High front-end expense of prevention programs may derail their widespread use and promise of future cost savings
So is an ounce of prevention really worth a pound of cure?
It certainly is for individuals. But most prevention programs are likely huge cost drivers for payers such as the federal government. And that particular payer plans to wrestle with massive and growing healthcare costs this summer as part of an effort to control runaway budget deficits.
With the prospect of a grueling summerlong battle over healthcare’s role in fueling the deficit, federal officials are making the highly intuitive yet scientifically shaky argument that prevention programs ultimately will save the government money.
“Clearly, we have to get our budget under control and some of that is going to require painful choices, but one of the things that we want to make clear is that prevention is a best buy,” Dr. Thomas Frieden, director of the Centers for Disease Control and Prevention, said in an interview. “In public health we have the ability to reduce the number of people who smoke or are obese or who have diabetes, and that can have a huge impact on our healthcare costs.”
The cost-saving premise of prevention programs has become part of the response of senior administration healthcare officials—including Dr. Francis Collins, director of the National Institutes of Health, and Surgeon General Dr. Regina Benjamin—as Republicans have targeted healthcare programs, including high-profile prevention programs, in their quest to dismantle the Patient Protection and Affordable Care Act and significantly rein in federal spending.
Although the president and Senate Democratic leaders vow to stop such measures, passage in at least one legislative chamber increases the chances that Republicans could roll them into spending bills that become law.
Case for prevention
The championing of prevention as a matter of economic prudence echoes arguments during the fight for passage of the Patient Protection and Affordable Care Act that the measure would lower long-term healthcare costs by improving the populace’s health. That would be achieved, proponents said, by expanding insurance coverage (ensuring more people get care before they have acute medical needs) and with an array of other provisions.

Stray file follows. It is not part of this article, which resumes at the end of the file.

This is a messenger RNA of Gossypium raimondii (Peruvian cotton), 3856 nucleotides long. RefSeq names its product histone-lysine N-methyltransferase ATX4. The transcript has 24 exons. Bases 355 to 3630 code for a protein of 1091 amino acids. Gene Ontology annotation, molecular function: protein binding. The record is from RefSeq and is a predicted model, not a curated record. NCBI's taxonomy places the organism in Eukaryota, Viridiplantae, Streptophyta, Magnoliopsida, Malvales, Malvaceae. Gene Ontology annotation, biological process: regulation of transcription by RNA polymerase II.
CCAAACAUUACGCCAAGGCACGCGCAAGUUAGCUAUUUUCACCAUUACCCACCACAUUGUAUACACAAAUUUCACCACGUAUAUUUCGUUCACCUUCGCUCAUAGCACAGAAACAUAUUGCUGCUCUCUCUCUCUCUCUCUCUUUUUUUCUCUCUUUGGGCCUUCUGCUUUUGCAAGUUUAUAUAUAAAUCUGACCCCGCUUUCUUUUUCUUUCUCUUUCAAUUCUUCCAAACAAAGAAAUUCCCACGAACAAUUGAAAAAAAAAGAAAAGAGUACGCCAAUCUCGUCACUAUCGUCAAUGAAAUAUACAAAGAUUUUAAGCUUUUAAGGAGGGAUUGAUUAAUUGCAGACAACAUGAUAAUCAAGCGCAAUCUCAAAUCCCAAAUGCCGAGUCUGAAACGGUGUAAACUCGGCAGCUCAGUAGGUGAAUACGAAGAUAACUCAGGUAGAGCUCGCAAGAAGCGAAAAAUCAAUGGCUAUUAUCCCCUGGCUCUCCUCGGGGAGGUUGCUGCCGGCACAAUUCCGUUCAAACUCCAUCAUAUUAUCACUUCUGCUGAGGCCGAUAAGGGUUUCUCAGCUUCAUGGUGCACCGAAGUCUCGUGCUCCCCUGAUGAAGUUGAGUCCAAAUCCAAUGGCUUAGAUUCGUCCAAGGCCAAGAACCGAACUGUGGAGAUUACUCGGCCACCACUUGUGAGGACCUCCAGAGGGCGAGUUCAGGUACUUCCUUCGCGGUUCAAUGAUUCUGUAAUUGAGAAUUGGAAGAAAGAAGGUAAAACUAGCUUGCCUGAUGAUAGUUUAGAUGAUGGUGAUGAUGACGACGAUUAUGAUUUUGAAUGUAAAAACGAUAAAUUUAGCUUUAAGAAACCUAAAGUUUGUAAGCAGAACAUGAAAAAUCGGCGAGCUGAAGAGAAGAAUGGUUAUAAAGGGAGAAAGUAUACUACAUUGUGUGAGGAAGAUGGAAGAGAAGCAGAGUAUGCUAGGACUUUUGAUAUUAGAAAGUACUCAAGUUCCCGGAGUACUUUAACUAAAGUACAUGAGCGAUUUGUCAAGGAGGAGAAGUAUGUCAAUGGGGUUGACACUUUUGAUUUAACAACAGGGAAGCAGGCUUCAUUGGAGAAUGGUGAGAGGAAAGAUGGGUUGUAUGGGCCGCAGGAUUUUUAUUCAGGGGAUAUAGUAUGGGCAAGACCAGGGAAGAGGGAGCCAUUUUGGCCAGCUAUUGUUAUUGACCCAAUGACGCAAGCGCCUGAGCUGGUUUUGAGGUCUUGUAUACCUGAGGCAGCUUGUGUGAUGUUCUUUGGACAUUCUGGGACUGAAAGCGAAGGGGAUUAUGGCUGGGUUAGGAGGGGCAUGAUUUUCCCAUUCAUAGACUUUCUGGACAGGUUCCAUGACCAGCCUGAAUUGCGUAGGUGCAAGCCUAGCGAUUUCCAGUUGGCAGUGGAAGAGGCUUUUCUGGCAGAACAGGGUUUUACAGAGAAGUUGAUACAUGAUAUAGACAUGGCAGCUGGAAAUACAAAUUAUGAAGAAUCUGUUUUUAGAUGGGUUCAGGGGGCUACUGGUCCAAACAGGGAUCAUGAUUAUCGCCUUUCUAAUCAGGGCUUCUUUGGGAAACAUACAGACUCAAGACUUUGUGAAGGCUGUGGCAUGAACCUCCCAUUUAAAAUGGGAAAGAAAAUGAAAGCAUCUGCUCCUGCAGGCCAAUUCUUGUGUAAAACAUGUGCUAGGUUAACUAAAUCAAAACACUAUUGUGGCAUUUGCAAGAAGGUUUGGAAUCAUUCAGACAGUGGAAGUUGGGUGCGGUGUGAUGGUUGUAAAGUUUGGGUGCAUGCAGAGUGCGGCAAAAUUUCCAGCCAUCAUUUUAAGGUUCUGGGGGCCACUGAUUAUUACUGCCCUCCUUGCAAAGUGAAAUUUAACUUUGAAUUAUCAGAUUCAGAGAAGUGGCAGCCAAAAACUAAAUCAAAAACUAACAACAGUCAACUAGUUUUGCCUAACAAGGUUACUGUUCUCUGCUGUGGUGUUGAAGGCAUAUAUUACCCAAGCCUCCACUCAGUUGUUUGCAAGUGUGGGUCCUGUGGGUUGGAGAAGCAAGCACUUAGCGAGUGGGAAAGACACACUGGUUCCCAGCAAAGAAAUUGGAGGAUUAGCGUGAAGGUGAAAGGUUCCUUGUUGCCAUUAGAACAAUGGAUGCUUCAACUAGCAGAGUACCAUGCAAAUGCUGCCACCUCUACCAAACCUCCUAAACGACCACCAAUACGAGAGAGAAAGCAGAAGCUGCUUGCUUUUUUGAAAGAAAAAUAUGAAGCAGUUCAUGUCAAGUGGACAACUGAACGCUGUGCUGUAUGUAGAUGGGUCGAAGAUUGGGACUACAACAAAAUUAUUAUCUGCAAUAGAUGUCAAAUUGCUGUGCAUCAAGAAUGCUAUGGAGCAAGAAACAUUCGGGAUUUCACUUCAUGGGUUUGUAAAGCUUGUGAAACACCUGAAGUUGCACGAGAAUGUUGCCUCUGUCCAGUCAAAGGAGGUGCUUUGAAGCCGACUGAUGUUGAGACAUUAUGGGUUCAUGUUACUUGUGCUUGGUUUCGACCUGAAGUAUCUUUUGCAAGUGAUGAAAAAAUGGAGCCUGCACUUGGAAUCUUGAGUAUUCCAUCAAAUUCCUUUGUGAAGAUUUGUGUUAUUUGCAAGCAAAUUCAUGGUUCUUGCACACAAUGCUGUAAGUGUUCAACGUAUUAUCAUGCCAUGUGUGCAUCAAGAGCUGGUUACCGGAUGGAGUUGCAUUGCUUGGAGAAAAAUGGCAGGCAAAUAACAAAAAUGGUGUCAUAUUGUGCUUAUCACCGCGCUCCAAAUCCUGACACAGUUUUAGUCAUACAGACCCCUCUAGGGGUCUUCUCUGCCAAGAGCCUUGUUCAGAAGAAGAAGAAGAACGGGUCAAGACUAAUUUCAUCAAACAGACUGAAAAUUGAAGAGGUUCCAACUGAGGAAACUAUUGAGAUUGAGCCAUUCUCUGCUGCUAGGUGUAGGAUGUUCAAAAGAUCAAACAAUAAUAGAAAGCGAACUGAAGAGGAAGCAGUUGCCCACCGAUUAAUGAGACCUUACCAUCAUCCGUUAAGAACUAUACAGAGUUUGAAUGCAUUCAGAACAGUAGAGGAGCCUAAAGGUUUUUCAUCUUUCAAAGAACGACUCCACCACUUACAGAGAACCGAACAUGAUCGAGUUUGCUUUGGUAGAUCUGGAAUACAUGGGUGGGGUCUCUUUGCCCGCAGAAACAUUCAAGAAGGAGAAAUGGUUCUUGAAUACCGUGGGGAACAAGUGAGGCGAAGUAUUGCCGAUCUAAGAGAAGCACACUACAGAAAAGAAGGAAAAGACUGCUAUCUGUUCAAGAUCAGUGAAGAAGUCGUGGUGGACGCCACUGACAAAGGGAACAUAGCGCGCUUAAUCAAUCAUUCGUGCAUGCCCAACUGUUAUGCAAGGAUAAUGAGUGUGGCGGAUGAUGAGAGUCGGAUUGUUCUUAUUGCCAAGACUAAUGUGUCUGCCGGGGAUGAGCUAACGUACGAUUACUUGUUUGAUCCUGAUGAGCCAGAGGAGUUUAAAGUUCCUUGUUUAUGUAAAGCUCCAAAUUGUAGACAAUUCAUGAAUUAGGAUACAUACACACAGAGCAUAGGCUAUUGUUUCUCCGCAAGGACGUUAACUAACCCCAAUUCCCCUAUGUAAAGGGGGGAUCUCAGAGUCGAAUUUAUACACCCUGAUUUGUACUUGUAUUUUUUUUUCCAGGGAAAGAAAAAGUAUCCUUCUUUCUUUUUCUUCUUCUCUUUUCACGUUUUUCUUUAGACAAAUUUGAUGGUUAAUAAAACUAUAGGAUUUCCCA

“These savings can be achieved by standardizing quality care, incentivizing efficiency, investing in proven ways not only to treat illness but to prevent them,” President Barack Obama said in a May 11, 2009 speech.
In addition to specific preventive-care initiatives (See chart), the law eliminates out-ofpocket expenses for preventive-care visits for Medicare beneficiaries and requires that private insurers do the same.
On April 13, the House of Representatives voted to repeal the law’s Prevention and Public Health Fund, which authorizes the HHS secretary to distribute $17.75 billion from 2012-21. Democrats responded that Republicans were acting cynically to cut spending on prevention while claiming fiscal responsibility as their top priority.
“For decades our healthcare system has been designed to treat patients once they’re sick,” Rep. Anna Eshoo (D-Calif.) said in an April House floor speech. “This is inefficient and costly. The Prevention and Public Health Fund included in healthcare reform is finally starting to change this backward system and invest in efforts to keep people healthy.”
It’s a simple and powerful argument. And for some types of prevention initiatives, such claims are indisputably true.
The wide range of activities encompassed under “prevention” includes many clinical services, such as vaccinations or prescription medications that help people quit smoking and thus prevent disease. Some of these primary prevention programs are relatively inexpensive and can eliminate the future cost of treating expensive diseases, according to recent studies.
First lady Michelle Obama visits a school as part of the White House’s Let’s Move campaign, an effort by the administration to make Americans healthier.